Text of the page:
I was about six or seven at the time when Yehuda Zusha's passed away. In spite of that I can clearly see his image in front of my eyes. He was an elevated person in all his actions, both physically and spiritually. I remember him from my father's house, the Rabbi Z-L. I remember that at that time the Chabad Rebbe from Lyadi came to us as the town invited him in the winter of 1889 or so. I still remember the excitement he had on his face during that visit! On the other hand I remember the darkness that spread in town on the day that Yehuda Zusha's passed away. The red eyes of my father, who was crying, I can remember until today. Reb Yehuda Zusha's was a very learned man, and a paragon of piety in his very essence. He made a very good living from a winery and an inn, Privana Lakava. I remember that once, on a market day, the house was filled with Christians and all of a sudden no one could find Reb Yehuda. Everyone started looking for him, and finally he was found sitting in the minyan synagogue that was in his backyard and was named after him “Yehuda's Minyan” (destroyed by fire in 1906 ). He was sitting in the minyan and writing Hasidic works. He didn't care at all that this was a market day and he should be busy with his merchandise. He was at that time in a totally different world, busying himself with the Holy Scripture.

On the last Simhat Torah of his life, he was extremely happy. I still remember him dancing on the table with excitement of the mitzvah, the happiness of the holiday was one of the last events that he took part in. At the beginning of the winter his soul passed away, to the deep mourning of every citizen of the town, from the young to the old, and his pure soul returned to its source.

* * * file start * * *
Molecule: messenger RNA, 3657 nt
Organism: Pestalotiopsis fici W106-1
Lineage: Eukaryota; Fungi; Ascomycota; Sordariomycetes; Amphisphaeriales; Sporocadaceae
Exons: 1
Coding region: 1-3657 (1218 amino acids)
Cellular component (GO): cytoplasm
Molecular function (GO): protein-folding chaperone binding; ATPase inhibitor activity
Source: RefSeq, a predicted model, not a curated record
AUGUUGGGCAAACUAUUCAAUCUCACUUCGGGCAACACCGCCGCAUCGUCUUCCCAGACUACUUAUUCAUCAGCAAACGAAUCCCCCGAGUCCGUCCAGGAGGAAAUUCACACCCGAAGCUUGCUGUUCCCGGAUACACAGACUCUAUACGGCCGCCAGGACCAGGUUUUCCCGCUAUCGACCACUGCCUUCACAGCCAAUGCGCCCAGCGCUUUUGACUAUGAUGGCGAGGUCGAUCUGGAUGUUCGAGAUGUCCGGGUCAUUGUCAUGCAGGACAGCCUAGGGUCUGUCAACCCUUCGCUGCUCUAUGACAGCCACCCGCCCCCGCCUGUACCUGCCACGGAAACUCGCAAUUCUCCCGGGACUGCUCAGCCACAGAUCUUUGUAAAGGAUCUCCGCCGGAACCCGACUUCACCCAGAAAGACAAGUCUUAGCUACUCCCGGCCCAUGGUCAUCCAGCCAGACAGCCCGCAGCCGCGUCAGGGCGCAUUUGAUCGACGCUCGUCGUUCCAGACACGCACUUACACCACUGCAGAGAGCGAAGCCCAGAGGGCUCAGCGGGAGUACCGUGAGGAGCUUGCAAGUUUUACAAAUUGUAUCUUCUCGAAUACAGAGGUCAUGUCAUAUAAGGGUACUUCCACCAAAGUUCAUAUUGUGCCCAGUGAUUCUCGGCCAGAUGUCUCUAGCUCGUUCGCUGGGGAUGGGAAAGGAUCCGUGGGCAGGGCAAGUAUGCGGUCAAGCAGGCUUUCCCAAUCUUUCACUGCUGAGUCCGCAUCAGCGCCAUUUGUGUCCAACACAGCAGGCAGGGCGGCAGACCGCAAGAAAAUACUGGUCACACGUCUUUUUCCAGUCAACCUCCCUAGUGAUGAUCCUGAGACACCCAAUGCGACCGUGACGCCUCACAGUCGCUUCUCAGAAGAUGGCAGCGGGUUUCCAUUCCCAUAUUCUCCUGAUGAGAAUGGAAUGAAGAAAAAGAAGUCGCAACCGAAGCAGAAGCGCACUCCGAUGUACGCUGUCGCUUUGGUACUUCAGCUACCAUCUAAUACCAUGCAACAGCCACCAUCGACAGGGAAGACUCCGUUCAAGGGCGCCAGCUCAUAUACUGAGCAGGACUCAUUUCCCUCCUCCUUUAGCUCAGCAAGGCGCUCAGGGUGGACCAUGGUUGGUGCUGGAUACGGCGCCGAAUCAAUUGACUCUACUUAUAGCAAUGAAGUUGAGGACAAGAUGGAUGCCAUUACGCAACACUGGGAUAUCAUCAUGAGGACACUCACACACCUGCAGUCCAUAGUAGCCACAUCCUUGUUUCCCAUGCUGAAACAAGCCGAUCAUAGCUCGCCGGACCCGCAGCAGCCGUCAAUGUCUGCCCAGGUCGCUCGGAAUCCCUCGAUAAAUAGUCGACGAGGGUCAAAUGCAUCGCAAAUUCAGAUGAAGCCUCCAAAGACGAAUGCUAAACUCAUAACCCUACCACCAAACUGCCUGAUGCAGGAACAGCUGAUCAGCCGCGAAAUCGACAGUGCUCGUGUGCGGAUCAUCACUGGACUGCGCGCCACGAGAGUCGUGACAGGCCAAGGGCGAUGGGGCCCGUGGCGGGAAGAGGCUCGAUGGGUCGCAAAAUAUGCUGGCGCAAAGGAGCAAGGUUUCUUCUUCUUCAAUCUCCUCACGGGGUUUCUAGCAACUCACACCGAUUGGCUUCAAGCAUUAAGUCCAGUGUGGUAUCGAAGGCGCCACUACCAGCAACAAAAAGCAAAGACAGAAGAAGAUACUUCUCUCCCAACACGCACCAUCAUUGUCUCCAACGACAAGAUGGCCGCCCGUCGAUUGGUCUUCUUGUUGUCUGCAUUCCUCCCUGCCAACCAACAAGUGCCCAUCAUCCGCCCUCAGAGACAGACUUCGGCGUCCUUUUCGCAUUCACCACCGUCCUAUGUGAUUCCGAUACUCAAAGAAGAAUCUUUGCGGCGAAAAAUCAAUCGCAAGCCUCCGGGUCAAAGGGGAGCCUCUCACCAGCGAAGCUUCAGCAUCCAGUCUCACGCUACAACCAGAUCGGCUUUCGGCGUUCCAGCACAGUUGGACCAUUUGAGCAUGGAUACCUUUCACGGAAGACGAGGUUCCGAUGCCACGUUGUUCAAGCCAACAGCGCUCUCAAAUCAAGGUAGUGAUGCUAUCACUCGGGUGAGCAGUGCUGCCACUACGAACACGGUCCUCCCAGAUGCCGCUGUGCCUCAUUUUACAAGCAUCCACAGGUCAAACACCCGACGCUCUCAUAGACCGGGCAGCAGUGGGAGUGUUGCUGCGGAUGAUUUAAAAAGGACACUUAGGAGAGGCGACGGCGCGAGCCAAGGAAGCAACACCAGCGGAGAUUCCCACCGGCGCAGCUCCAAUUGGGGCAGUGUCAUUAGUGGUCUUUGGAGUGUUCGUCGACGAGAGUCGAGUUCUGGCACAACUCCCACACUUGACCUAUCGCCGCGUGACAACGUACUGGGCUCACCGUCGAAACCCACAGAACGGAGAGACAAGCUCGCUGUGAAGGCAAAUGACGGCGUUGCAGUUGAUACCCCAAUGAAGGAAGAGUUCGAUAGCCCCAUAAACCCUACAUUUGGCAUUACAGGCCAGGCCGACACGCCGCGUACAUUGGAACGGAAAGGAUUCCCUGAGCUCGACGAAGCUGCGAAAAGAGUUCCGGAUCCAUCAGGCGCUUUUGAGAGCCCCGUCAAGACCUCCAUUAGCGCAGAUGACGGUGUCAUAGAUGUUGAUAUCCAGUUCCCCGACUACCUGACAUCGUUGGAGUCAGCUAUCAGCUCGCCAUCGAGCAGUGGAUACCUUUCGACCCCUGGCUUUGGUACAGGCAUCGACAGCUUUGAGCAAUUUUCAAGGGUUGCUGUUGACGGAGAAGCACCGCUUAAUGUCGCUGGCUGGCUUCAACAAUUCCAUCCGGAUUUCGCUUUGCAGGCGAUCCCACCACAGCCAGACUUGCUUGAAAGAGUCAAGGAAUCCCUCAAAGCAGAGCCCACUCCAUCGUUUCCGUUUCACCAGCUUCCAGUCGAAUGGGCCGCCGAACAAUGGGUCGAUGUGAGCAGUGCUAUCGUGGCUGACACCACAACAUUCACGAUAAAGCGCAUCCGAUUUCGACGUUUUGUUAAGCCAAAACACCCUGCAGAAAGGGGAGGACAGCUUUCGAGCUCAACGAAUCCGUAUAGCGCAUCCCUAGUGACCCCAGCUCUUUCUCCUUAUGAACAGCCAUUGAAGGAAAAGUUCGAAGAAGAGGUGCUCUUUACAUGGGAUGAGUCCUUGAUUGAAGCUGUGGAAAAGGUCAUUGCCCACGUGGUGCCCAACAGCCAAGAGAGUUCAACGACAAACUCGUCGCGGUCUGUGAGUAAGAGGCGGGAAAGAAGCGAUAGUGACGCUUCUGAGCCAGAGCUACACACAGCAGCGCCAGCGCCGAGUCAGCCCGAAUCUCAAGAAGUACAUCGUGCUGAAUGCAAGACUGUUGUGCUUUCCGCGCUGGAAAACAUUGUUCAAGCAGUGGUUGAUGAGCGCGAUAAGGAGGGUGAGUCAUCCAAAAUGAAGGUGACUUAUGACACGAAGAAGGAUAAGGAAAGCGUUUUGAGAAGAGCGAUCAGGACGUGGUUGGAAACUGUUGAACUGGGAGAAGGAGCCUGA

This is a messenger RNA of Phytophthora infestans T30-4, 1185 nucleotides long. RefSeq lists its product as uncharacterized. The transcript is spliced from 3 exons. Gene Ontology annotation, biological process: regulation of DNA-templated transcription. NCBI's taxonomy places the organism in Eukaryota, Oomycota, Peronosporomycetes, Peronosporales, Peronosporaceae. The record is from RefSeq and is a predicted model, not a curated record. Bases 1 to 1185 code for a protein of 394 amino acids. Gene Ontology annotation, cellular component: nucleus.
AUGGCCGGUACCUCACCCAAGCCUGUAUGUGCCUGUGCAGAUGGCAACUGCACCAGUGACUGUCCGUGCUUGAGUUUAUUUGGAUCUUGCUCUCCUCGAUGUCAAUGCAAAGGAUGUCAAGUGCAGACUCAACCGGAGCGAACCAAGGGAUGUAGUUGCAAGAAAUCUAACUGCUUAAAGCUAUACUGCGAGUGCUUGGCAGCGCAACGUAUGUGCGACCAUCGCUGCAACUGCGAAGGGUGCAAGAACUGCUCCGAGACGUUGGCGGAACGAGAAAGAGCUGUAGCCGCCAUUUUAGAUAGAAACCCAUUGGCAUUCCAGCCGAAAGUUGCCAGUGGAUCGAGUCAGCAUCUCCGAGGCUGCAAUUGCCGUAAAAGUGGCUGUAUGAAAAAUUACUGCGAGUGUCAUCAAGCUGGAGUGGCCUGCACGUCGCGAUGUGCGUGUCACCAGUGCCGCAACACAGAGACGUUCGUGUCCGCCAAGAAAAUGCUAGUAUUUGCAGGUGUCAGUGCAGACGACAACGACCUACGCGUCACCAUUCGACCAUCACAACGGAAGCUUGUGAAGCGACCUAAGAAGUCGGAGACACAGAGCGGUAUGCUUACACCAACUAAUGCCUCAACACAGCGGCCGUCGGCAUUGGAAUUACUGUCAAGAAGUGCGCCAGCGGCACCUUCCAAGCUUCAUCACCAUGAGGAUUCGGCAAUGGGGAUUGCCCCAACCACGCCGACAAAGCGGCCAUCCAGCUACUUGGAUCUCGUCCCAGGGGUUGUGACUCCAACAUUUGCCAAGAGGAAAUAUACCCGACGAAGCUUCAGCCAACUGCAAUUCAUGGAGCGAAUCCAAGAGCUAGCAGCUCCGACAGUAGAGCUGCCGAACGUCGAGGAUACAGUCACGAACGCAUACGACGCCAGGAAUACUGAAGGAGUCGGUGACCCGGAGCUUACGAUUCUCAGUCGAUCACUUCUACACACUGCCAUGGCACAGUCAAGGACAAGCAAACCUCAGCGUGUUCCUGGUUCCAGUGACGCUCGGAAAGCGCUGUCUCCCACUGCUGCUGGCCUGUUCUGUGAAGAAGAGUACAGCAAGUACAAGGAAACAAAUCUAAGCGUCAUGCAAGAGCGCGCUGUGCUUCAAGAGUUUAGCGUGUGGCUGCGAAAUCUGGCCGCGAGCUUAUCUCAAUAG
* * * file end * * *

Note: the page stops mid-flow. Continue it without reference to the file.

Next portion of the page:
kur024.jpg [10 KB]
Moshe Alperovitz,
grandson of Yehuda Alperovich


Other than the very well known Reb Yehuda Zusha's, Reb Leib Ephron was well known among the Koidanov Hasidim and Reb David Shihanover was a well known Lubavitch Hasid who was very clever and learned, there were other special people who were modest in their ways but were extremely special. Amongst the Melamedim (teachers) of the town, I must emphasize the special character of Reb Reuven Malisker. Not everyone was privileged to be accepted as a student at the cheder of Reuven. He had a very limited number of students, usually no more than 8, and normally more mature boys. For the sake of my respected father, I was accepted into this cheder when I was only six years old. Reb Reuven was very knowledgeable, and very well versed in the Halacha and grammar. He also had secular knowledge in medicine. Since his wife Frieda was sick, he would visit Professor Bora, who invented Borov Liquid. The professor became a close friend of his and taught him a lot about medicine. He had an extensive knowledge about common pharmaceuticals of the time so in Kurenets he was treated like a doctor.